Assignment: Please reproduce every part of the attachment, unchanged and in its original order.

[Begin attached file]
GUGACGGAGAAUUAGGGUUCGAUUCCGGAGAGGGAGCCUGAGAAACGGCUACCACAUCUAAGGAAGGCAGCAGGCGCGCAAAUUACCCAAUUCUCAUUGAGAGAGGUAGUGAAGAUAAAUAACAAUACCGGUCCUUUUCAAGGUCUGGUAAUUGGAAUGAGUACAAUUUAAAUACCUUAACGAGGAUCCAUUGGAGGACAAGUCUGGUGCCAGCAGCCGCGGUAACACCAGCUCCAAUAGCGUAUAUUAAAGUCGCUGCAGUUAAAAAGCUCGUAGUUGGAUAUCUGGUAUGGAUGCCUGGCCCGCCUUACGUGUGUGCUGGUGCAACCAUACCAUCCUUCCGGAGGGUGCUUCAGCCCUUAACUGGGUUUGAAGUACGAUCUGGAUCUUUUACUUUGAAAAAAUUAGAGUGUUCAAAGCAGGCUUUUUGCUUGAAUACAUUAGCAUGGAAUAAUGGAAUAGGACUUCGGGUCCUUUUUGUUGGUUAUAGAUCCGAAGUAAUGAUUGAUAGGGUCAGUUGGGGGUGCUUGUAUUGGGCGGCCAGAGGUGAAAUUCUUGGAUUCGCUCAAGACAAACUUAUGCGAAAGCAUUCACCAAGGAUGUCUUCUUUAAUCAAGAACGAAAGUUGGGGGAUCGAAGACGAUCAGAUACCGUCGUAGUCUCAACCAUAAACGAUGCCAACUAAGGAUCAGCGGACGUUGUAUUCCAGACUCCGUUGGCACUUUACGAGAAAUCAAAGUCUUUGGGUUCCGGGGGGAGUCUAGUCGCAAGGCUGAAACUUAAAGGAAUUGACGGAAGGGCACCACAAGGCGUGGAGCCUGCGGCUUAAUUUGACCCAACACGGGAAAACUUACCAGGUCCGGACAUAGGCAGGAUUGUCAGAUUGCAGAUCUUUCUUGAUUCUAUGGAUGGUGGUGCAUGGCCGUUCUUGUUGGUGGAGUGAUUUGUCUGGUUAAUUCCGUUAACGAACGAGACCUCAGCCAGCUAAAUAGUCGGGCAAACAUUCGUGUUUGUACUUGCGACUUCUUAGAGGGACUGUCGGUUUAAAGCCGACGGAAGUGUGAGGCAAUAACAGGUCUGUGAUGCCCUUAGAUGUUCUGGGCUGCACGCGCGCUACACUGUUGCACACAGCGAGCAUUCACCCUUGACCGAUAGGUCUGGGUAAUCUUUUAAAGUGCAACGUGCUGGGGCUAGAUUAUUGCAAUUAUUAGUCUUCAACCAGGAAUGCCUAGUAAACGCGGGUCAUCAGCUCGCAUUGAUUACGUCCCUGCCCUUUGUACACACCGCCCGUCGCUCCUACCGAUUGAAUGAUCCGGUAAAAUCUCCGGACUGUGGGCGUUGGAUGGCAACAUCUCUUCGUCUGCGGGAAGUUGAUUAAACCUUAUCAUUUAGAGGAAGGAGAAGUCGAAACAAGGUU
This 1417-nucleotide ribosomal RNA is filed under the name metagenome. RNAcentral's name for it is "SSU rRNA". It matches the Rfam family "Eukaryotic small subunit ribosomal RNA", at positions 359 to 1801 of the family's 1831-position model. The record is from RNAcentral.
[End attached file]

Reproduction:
GUGACGGAGAAUUAGGGUUCGAUUCCGGAGAGGGAGCCUGAGAAACGGCUACCACAUCUAAGGAAGGCAGCAGGCGCGCAAAUUACCCAAUUCUCAUUGAGAGAGGUAGUGAAGAUAAAUAACAAUACCGGUCCUUUUCAAGGUCUGGUAAUUGGAAUGAGUACAAUUUAAAUACCUUAACGAGGAUCCAUUGGAGGACAAGUCUGGUGCCAGCAGCCGCGGUAACACCAGCUCCAAUAGCGUAUAUUAAAGUCGCUGCAGUUAAAAAGCUCGUAGUUGGAUAUCUGGUAUGGAUGCCUGGCCCGCCUUACGUGUGUGCUGGUGCAACCAUACCAUCCUUCCGGAGGGUGCUUCAGCCCUUAACUGGGUUUGAAGUACGAUCUGGAUCUUUUACUUUGAAAAAAUUAGAGUGUUCAAAGCAGGCUUUUUGCUUGAAUACAUUAGCAUGGAAUAAUGGAAUAGGACUUCGGGUCCUUUUUGUUGGUUAUAGAUCCGAAGUAAUGAUUGAUAGGGUCAGUUGGGGGUGCUUGUAUUGGGCGGCCAGAGGUGAAAUUCUUGGAUUCGCUCAAGACAAACUUAUGCGAAAGCAUUCACCAAGGAUGUCUUCUUUAAUCAAGAACGAAAGUUGGGGGAUCGAAGACGAUCAGAUACCGUCGUAGUCUCAACCAUAAACGAUGCCAACUAAGGAUCAGCGGACGUUGUAUUCCAGACUCCGUUGGCACUUUACGAGAAAUCAAAGUCUUUGGGUUCCGGGGGGAGUCUAGUCGCAAGGCUGAAACUUAAAGGAAUUGACGGAAGGGCACCACAAGGCGUGGAGCCUGCGGCUUAAUUUGACCCAACACGGGAAAACUUACCAGGUCCGGACAUAGGCAGGAUUGUCAGAUUGCAGAUCUUUCUUGAUUCUAUGGAUGGUGGUGCAUGGCCGUUCUUGUUGGUGGAGUGAUUUGUCUGGUUAAUUCCGUUAACGAACGAGACCUCAGCCAGCUAAAUAGUCGGGCAAACAUUCGUGUUUGUACUUGCGACUUCUUAGAGGGACUGUCGGUUUAAAGCCGACGGAAGUGUGAGGCAAUAACAGGUCUGUGAUGCCCUUAGAUGUUCUGGGCUGCACGCGCGCUACACUGUUGCACACAGCGAGCAUUCACCCUUGACCGAUAGGUCUGGGUAAUCUUUUAAAGUGCAACGUGCUGGGGCUAGAUUAUUGCAAUUAUUAGUCUUCAACCAGGAAUGCCUAGUAAACGCGGGUCAUCAGCUCGCAUUGAUUACGUCCCUGCCCUUUGUACACACCGCCCGUCGCUCCUACCGAUUGAAUGAUCCGGUAAAAUCUCCGGACUGUGGGCGUUGGAUGGCAACAUCUCUUCGUCUGCGGGAAGUUGAUUAAACCUUAUCAUUUAGAGGAAGGAGAAGUCGAAACAAGGUU
This 1417-nucleotide ribosomal RNA is filed under the name metagenome. RNAcentral's name for it is "SSU rRNA". It matches the Rfam family "Eukaryotic small subunit ribosomal RNA", at positions 359 to 1801 of the family's 1831-position model. The record is from RNAcentral.